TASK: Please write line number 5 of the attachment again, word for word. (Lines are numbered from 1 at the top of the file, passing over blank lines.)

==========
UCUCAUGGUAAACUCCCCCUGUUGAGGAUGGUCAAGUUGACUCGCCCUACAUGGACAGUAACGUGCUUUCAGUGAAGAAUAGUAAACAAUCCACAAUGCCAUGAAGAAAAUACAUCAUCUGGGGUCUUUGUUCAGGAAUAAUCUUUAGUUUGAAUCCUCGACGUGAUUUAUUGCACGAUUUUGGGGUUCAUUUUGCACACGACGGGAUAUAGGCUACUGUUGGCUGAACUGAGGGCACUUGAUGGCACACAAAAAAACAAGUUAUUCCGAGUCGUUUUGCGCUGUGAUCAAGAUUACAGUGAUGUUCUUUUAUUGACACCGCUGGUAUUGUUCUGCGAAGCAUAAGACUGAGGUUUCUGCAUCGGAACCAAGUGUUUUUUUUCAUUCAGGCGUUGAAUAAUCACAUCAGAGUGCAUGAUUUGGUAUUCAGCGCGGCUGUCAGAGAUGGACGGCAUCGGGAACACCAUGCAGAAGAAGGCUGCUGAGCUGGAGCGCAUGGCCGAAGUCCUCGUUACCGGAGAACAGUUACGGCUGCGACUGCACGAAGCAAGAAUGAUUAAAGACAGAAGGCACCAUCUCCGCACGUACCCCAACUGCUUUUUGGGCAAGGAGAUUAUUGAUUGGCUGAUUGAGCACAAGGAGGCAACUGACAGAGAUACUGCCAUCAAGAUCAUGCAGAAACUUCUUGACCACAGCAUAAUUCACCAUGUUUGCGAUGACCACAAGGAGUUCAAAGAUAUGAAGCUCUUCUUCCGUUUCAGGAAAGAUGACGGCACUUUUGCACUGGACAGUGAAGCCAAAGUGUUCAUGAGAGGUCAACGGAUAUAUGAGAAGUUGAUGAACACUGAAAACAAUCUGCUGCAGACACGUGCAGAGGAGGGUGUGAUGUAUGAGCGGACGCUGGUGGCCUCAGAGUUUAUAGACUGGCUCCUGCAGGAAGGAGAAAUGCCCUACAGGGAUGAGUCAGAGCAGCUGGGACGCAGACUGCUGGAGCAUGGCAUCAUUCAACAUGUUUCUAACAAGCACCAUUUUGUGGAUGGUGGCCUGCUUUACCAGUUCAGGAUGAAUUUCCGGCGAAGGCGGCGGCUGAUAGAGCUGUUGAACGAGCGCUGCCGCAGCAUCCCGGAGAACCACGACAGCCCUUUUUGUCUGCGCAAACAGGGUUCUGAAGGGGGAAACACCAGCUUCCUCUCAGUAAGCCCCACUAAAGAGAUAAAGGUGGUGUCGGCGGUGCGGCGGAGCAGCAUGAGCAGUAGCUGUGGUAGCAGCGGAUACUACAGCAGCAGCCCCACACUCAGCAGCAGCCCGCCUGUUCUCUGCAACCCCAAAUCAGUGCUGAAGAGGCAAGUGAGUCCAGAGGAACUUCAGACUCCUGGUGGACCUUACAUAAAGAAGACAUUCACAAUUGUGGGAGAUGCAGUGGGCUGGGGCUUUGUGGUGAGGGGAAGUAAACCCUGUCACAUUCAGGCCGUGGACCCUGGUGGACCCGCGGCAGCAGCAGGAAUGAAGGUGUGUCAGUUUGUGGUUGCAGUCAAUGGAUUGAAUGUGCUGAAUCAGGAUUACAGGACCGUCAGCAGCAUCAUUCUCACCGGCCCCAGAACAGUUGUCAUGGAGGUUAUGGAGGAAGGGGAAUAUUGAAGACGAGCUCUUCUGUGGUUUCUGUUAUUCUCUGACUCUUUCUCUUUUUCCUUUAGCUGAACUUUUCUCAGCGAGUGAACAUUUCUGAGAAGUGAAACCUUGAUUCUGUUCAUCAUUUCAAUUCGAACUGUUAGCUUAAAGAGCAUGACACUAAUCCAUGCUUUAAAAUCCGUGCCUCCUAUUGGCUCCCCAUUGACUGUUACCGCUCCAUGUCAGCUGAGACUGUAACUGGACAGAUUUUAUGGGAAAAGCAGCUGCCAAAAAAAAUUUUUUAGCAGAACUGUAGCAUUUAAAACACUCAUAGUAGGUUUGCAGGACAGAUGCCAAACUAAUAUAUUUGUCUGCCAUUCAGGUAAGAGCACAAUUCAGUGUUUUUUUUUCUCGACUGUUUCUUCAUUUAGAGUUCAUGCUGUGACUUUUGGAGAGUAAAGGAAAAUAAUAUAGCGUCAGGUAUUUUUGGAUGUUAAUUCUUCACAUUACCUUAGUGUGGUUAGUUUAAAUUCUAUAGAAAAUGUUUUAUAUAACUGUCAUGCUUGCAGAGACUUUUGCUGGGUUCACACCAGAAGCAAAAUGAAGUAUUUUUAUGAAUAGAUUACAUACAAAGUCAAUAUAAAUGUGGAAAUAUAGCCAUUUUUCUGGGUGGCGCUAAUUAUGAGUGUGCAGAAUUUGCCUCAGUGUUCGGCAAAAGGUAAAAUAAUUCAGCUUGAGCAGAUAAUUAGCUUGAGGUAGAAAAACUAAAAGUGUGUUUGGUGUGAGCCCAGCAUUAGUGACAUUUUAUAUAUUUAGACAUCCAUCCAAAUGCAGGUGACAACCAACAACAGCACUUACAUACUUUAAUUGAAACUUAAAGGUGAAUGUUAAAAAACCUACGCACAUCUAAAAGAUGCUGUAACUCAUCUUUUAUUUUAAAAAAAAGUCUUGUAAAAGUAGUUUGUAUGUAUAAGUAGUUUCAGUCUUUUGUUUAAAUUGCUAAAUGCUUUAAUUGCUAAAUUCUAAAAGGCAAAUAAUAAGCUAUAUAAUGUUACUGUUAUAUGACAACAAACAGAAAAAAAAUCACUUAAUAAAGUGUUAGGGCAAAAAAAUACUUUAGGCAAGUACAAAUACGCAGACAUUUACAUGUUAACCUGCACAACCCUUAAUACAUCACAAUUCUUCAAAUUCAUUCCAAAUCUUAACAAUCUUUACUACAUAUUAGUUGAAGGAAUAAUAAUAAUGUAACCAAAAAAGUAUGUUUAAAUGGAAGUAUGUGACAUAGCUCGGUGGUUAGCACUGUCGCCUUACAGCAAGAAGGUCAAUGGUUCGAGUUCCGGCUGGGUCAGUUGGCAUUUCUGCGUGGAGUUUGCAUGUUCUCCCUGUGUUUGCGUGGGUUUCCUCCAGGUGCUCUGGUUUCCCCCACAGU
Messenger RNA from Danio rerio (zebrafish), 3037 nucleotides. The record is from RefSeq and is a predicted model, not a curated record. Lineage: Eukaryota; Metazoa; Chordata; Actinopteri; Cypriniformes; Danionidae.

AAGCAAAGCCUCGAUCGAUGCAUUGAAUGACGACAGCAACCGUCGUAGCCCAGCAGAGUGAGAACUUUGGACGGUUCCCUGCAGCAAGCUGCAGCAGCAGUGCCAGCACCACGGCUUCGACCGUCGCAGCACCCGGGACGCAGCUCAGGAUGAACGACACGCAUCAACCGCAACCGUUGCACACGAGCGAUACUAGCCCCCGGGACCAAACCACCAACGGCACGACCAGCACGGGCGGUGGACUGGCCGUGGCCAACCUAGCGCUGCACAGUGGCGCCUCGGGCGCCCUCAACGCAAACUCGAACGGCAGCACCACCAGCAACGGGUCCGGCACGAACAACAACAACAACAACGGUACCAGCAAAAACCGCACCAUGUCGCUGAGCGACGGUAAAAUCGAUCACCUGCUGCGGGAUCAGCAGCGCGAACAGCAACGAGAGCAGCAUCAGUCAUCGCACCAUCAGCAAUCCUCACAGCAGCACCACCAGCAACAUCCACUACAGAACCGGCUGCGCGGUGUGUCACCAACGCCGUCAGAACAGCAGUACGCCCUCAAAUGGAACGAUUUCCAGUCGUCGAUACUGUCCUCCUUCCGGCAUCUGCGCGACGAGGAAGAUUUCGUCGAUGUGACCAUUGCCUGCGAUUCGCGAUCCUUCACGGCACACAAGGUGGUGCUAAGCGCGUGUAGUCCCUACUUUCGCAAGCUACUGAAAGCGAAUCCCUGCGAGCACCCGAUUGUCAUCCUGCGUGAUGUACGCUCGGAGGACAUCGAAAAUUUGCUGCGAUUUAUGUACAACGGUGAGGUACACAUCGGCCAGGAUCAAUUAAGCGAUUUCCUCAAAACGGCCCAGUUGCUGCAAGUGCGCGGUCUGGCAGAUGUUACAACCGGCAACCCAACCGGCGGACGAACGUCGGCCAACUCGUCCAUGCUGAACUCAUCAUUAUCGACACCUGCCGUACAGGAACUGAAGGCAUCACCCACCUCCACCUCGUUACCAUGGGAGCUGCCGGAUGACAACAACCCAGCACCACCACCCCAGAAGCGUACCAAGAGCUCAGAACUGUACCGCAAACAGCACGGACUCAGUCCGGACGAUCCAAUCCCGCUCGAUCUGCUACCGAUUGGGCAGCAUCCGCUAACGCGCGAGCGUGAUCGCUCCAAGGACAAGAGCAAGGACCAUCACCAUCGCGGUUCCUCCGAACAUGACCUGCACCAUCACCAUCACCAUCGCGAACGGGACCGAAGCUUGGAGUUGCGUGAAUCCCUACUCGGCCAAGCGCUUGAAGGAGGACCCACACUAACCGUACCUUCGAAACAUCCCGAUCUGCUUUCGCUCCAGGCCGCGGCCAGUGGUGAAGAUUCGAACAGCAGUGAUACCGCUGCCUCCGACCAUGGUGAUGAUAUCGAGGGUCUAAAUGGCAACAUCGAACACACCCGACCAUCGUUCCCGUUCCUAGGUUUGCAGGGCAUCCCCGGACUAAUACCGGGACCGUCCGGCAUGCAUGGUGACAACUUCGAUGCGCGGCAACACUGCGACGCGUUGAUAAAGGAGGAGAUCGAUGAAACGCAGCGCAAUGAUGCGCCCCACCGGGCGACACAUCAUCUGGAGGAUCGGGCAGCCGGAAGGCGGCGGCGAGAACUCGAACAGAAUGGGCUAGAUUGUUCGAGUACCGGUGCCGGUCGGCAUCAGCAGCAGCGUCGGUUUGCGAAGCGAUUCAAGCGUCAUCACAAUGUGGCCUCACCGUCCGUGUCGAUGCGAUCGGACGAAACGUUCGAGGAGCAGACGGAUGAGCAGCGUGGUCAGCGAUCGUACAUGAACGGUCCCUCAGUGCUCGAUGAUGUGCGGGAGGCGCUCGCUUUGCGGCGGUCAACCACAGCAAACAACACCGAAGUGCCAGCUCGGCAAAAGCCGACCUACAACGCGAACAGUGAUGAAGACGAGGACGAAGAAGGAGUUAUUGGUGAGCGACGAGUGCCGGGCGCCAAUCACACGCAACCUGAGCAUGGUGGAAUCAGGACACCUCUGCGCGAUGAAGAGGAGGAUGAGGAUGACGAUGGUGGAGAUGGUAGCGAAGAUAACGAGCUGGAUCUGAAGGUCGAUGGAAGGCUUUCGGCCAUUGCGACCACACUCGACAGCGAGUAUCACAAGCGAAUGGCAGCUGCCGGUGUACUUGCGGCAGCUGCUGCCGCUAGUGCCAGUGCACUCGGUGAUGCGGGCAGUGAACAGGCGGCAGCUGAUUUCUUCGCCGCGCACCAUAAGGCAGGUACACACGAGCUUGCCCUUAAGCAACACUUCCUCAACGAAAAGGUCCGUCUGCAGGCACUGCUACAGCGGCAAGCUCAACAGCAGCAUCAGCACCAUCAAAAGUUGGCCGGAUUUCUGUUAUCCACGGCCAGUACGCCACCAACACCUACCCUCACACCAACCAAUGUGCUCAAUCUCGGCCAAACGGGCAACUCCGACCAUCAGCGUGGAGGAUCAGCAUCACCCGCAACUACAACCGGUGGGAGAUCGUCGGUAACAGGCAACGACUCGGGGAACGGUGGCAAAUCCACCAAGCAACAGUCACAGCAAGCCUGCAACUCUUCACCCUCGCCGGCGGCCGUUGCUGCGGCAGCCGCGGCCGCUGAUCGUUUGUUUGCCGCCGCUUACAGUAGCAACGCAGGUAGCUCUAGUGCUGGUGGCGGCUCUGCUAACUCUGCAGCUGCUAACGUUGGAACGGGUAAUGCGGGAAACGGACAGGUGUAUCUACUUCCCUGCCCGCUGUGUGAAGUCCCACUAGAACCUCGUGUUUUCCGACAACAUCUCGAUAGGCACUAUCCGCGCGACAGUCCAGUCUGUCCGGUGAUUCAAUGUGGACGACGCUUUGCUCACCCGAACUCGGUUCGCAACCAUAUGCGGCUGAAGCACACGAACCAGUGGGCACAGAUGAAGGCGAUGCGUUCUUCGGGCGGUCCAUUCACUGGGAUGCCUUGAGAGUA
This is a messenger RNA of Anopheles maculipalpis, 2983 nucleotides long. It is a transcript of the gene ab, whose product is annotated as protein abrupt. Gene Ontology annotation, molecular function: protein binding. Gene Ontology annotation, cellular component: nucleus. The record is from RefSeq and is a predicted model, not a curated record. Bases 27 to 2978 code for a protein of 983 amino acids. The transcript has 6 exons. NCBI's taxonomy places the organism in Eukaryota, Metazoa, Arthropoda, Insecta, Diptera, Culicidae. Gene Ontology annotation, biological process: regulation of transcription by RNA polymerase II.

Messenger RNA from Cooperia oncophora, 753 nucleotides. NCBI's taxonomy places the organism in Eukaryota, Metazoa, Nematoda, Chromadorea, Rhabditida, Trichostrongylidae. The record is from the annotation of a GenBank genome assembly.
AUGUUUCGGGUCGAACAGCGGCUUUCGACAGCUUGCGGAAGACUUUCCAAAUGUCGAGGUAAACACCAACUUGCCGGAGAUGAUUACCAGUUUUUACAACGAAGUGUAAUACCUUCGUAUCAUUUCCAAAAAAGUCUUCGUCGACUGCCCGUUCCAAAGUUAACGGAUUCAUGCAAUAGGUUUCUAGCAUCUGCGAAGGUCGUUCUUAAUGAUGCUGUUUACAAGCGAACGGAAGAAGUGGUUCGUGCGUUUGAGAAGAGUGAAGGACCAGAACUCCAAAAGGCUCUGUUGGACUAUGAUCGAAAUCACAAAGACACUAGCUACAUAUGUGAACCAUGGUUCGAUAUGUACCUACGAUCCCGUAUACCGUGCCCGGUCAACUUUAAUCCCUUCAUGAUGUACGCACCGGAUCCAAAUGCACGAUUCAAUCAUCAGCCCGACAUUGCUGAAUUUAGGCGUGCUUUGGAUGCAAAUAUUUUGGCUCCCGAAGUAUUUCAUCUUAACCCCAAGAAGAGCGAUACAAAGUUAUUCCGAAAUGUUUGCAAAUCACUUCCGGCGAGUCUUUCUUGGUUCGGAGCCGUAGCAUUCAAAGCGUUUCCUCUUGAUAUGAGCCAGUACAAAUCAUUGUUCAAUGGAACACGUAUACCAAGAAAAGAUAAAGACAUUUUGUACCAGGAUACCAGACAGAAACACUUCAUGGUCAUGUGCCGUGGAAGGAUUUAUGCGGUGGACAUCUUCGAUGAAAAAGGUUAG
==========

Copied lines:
Messenger RNA from Cooperia oncophora, 753 nucleotides. NCBI's taxonomy places the organism in Eukaryota, Metazoa, Nematoda, Chromadorea, Rhabditida, Trichostrongylidae. The record is from the annotation of a GenBank genome assembly.